U.S. urban areas doing parks right

Dallas has always been a green city. Home to the Great Trinity Forest, expanses of prairie grassland and countless creeks, our city also boasts 381 parks. That’s 23,467 acres of recreation facilities and natural beauty.

Despite these impressive numbers, Dallas sits squarely in the middle of the pack among American cities in the Trust for Public Land’s ParkScore rankings. Nevertheless, Dallas ranks ahead of both Houston and San Antonio according to the Trust’s metrics. Additionally, city officials are committed to increasing the percentage of city property dedicated to parks, as evidenced by plans to build four new state-of-the-art parks across downtown.

Parks aren’t solely the responsibility of city leadership, however. Parks need to be used, and their value increases the more they are visited, enjoyed and treated by city-dwellers as integral to their quality of life. You could say urban development is a dialogue, involving local government, citizens, philanthropists, real estate leaders, small business owners and environmental scientists.

What other American cities are leading the way in terms of park stewardship? What models can Dallasites take inspiration from, as we look forward to the city becoming even more sustainable and livable? Here are five cities that are doing parks right — and doing right by their citizens.

1. Cincinnati, OH. Cincinnati’s parks system is highlighted by five nature centers, which altogether feature more than 3 miles of handicap-accessible hiking trails. Park visitors also enjoy lovely hilltop views, bird-watching opportunities, access to fishing, beautiful Art Deco architecture (courtesy of the Krohn Conservatory) and a full-service carousel that can be reserved for special events. Cincinnati relies on special levies (property tax increases) for a portion of its parks funding. A ballot measure to raise $18 million a year for park operations for the next 10 years is expected to pass this November.

2. Denver, CO. It may seem a bit unfair to compare relatively flat Dallas to a city situated in such close proximity to the Rocky Mountains. But like Dallas, Denver faces park management challenges as the population density of its urban core increases. Denver has even more to offer than its mountain parks (Red Rocks, Summit Lake), spectacular though they may be. In fact, the jewel in Denver’s parks crown may be its downtown City Park. Within the 300 acres of this urban oasis, you’ll find the Denver Zoo, the Denver Museum of Nature and Science, baseball diamonds, soccer fields, picnic areas and two lakes that support recreational boating. The surrounding neighborhood, especially around Colfax Avenue, has benefited from its proximity to “the Central Park of the Mountain West” and features many popular restaurants and shopping destinations.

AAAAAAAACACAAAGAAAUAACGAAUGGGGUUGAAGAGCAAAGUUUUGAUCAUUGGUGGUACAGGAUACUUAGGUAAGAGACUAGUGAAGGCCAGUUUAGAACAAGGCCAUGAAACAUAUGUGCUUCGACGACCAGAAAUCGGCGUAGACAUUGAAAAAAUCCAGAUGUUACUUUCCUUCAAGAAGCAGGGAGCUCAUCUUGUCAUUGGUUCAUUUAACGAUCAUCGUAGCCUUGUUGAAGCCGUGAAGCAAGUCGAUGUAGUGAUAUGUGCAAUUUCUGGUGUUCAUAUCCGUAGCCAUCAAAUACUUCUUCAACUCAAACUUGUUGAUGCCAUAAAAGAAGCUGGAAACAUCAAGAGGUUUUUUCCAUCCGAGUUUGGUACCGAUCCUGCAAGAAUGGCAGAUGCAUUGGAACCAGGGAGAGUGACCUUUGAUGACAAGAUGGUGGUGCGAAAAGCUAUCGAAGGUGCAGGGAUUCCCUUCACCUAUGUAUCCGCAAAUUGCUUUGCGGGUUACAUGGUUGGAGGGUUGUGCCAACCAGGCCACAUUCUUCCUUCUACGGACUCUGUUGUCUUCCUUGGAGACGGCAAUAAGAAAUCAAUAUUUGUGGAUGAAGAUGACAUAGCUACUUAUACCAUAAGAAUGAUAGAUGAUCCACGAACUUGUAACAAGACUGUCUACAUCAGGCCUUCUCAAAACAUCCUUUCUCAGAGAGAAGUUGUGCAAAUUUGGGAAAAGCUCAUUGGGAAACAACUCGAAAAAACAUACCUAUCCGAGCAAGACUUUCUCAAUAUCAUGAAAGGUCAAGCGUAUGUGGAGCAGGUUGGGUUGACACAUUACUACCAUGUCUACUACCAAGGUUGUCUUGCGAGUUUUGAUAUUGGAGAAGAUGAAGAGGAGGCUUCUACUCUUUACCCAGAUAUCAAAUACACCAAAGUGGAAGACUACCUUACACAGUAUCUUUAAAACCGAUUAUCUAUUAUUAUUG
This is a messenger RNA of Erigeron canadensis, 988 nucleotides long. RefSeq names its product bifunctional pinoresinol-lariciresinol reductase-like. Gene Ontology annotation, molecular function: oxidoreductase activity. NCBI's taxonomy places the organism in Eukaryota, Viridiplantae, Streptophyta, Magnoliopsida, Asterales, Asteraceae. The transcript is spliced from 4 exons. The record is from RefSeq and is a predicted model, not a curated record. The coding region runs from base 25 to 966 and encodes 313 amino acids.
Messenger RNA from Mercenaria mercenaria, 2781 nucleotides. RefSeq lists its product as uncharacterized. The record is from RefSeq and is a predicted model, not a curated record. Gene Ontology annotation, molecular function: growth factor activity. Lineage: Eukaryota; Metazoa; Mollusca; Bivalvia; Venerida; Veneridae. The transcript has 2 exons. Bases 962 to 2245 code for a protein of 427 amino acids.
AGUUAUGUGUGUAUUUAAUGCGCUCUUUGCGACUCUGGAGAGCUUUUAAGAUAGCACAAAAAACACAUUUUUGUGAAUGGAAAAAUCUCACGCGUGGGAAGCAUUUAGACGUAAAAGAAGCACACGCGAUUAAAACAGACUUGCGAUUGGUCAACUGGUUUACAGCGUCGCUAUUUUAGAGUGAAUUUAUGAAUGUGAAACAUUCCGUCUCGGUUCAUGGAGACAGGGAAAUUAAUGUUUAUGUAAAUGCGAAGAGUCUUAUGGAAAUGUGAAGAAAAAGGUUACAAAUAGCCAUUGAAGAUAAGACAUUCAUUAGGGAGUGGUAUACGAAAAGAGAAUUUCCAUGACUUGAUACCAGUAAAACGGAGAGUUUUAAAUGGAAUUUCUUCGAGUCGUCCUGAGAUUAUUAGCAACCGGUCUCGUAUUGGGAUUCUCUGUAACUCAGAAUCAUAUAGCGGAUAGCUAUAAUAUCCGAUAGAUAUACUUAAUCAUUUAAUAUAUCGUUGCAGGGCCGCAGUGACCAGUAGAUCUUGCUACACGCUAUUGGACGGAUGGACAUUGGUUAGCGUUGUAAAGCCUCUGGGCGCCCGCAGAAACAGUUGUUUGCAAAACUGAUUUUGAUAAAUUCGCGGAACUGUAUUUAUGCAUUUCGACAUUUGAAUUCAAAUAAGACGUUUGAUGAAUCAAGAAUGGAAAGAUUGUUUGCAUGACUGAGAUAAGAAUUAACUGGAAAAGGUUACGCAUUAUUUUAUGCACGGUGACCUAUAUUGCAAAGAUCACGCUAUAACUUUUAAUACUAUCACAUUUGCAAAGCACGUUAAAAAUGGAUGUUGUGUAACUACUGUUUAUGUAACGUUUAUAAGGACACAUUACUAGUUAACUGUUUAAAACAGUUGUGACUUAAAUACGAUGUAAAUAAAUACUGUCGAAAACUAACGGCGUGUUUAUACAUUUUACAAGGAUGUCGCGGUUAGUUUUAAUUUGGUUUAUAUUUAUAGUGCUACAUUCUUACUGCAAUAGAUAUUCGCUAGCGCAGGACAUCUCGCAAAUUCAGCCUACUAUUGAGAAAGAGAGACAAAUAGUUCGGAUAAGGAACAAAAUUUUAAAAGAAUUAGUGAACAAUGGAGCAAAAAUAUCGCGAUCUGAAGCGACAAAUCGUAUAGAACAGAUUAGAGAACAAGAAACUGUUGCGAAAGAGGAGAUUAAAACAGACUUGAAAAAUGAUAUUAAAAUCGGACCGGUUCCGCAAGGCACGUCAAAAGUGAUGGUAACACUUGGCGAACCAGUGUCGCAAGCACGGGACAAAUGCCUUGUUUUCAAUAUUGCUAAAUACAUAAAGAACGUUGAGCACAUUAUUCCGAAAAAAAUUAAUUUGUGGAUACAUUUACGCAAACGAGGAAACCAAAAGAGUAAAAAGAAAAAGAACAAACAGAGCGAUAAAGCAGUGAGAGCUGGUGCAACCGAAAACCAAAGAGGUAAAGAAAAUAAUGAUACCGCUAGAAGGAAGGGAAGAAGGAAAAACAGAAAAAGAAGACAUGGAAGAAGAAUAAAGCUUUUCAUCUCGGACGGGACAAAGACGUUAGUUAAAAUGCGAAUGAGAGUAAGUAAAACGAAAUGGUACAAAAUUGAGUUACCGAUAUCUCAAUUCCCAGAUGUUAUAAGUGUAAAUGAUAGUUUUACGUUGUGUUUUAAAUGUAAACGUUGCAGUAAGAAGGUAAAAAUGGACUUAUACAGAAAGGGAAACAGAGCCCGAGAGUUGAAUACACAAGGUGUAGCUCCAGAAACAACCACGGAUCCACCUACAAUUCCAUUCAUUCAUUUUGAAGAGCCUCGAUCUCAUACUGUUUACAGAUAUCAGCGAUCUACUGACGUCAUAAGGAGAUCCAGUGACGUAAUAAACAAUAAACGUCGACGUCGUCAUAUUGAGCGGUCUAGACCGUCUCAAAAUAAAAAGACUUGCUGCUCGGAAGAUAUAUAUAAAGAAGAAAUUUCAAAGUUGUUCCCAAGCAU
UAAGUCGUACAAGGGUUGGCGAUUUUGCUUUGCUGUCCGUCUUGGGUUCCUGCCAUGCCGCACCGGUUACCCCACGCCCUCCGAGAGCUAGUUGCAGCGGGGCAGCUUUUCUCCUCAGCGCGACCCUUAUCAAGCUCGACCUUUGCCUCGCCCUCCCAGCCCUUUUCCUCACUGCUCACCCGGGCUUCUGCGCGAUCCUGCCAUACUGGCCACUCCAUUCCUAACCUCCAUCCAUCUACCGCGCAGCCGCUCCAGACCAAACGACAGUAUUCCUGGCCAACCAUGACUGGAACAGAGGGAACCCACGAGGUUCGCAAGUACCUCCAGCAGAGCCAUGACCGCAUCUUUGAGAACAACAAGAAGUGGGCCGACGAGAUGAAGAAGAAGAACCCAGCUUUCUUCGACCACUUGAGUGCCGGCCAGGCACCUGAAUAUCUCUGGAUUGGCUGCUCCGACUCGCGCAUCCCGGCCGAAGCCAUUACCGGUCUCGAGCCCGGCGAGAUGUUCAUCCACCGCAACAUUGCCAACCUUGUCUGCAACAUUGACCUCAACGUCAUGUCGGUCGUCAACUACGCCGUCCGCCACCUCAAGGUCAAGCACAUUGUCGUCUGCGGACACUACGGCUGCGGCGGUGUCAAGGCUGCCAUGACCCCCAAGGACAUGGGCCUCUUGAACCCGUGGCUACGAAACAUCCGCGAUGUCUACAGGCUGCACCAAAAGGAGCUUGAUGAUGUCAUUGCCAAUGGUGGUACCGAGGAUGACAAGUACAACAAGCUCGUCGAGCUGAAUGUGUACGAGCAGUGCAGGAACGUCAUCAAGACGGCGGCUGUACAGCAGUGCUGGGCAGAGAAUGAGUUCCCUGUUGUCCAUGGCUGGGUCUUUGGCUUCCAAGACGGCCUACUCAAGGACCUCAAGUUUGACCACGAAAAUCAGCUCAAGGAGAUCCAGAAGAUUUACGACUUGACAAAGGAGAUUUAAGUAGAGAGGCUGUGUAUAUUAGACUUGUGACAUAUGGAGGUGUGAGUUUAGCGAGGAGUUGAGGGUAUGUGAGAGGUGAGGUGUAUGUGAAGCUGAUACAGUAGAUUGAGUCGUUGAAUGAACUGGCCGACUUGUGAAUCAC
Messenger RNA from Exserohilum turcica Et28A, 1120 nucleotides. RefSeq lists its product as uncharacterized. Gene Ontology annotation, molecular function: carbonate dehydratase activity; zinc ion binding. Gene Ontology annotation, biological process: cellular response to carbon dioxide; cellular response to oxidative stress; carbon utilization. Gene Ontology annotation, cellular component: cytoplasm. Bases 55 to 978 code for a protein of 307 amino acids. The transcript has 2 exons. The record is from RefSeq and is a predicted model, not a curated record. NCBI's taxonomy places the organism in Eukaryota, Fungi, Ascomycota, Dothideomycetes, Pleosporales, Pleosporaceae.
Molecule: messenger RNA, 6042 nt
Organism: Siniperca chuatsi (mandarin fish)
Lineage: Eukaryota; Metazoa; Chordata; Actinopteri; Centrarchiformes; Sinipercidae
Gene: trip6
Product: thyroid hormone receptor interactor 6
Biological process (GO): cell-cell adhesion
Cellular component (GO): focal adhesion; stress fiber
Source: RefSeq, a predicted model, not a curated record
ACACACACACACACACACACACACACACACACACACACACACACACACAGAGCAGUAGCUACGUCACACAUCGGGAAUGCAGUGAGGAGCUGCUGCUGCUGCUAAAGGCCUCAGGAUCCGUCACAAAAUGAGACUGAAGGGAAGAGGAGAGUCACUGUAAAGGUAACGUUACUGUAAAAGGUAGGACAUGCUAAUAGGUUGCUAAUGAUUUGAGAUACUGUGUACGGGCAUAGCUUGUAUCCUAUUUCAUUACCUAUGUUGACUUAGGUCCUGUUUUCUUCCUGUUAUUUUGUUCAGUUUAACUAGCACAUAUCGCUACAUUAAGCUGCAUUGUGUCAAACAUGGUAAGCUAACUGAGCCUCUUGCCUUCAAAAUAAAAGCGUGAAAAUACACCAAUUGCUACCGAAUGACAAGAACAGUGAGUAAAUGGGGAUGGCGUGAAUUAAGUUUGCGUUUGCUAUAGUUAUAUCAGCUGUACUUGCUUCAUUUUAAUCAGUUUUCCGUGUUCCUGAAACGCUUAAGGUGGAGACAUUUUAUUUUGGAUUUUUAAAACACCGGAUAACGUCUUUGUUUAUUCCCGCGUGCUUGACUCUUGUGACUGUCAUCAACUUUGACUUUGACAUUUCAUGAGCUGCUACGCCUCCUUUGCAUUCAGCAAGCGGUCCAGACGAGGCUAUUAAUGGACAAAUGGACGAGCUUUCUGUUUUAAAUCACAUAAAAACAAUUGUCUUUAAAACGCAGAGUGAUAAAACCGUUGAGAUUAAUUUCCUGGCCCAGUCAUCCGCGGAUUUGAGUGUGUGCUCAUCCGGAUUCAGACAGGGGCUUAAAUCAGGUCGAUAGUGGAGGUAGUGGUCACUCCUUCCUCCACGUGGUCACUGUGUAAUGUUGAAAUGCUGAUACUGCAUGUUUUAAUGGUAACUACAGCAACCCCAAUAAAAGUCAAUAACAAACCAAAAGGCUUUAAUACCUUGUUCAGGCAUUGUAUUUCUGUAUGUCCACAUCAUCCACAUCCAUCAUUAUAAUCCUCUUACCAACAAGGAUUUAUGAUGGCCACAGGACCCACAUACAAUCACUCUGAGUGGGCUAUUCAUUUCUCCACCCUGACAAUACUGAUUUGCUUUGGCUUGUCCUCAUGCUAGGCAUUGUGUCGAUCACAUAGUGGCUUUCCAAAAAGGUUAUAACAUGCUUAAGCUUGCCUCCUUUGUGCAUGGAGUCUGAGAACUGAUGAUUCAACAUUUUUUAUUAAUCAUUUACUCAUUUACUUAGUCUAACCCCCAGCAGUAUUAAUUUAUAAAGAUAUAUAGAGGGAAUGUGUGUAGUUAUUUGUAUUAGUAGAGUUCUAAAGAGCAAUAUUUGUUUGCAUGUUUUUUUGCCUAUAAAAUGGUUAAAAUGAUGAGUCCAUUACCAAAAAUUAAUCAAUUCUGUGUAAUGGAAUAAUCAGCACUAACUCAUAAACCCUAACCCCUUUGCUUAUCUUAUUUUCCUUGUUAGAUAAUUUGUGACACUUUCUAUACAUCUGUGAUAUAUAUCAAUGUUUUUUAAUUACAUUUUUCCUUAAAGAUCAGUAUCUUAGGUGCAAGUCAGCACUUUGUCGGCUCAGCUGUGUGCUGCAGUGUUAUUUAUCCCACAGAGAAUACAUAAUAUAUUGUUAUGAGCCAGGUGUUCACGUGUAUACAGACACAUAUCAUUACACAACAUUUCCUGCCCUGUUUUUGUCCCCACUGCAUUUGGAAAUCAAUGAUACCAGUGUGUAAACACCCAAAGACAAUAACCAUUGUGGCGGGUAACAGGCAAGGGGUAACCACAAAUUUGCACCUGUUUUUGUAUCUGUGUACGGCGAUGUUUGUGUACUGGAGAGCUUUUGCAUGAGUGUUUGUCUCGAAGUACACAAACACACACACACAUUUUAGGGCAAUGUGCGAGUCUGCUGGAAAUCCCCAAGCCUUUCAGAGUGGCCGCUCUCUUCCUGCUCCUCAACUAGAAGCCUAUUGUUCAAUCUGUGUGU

3. Minneapolis/St. Paul, MN. The Twin Cities took first and second honors on the ParkScore list for 2016, and for good reason. Fifteen percent of each city’s area is dedicated to park space. Minneapolis is notable for the accessibility of its parks, and, regardless of age or income, residents take full advantage of park resources with impressive frequency. Further, Minneapolis is taking additional steps to innovate within its parks system. The city recently participated in an international study “to measure the benefits of planting trees as a return on investment.” And now Minneapolis’ parks are getting smarter. Solar panel installations in the city’s Rev. Dr. Martin Luther King, Jr. Park, East Phillips Park and Webber Park promise significant savings in terms of lighting, heating and cooling park facilities.

4. San Francisco, CA. Golden Gate Park is one of the most iconic public spaces in the United States, if not the world. But what makes San Francisco’s park system so exceptional (enough to rank in ParkScore’s top 5) is just how extensive it is. Anyone living in San Francisco lives within a 10-minute walk of a park of some sort. The City by the Bay is also justly celebrated for its Urban Agriculture Program. This initiative goes beyond the support of community gardens. Monthly classes are offered on a variety of topics, plants are made freely available on a semiannual basis and citizen stewardship of all public green spaces is encouraged. Further, while a great many cities are closing or phasing out their public pools, the city has just announced it will be making major capital improvements in this area.

5. New York, NY. Admit it: It’s hard to think “city park” and not immediately conjure images of New York’s Central Park, its jogging paths, green fields and historic statuary. But Dallasites have much more of a connection to New York’s High Line, which is as 21st century as Central Park is 19th. Like Klyde Warren Park, the High Line is a linear park that represents a major initiative to reclaim urban blight — in this instance, an abandoned railroad spur. Since opening in 2009, the High Line has transformed the Lower West Side, from its Meatpacking District to the Javits Convention Center. The High Line is also a successful public-private venture similar to the one that brings our four new parks to downtown Dallas. How successful? The High Line welcomes almost 5 million visitors every year and is a major factor in driving hundreds of millions of dollars of reinvestment in the Chelsea neighborhood.

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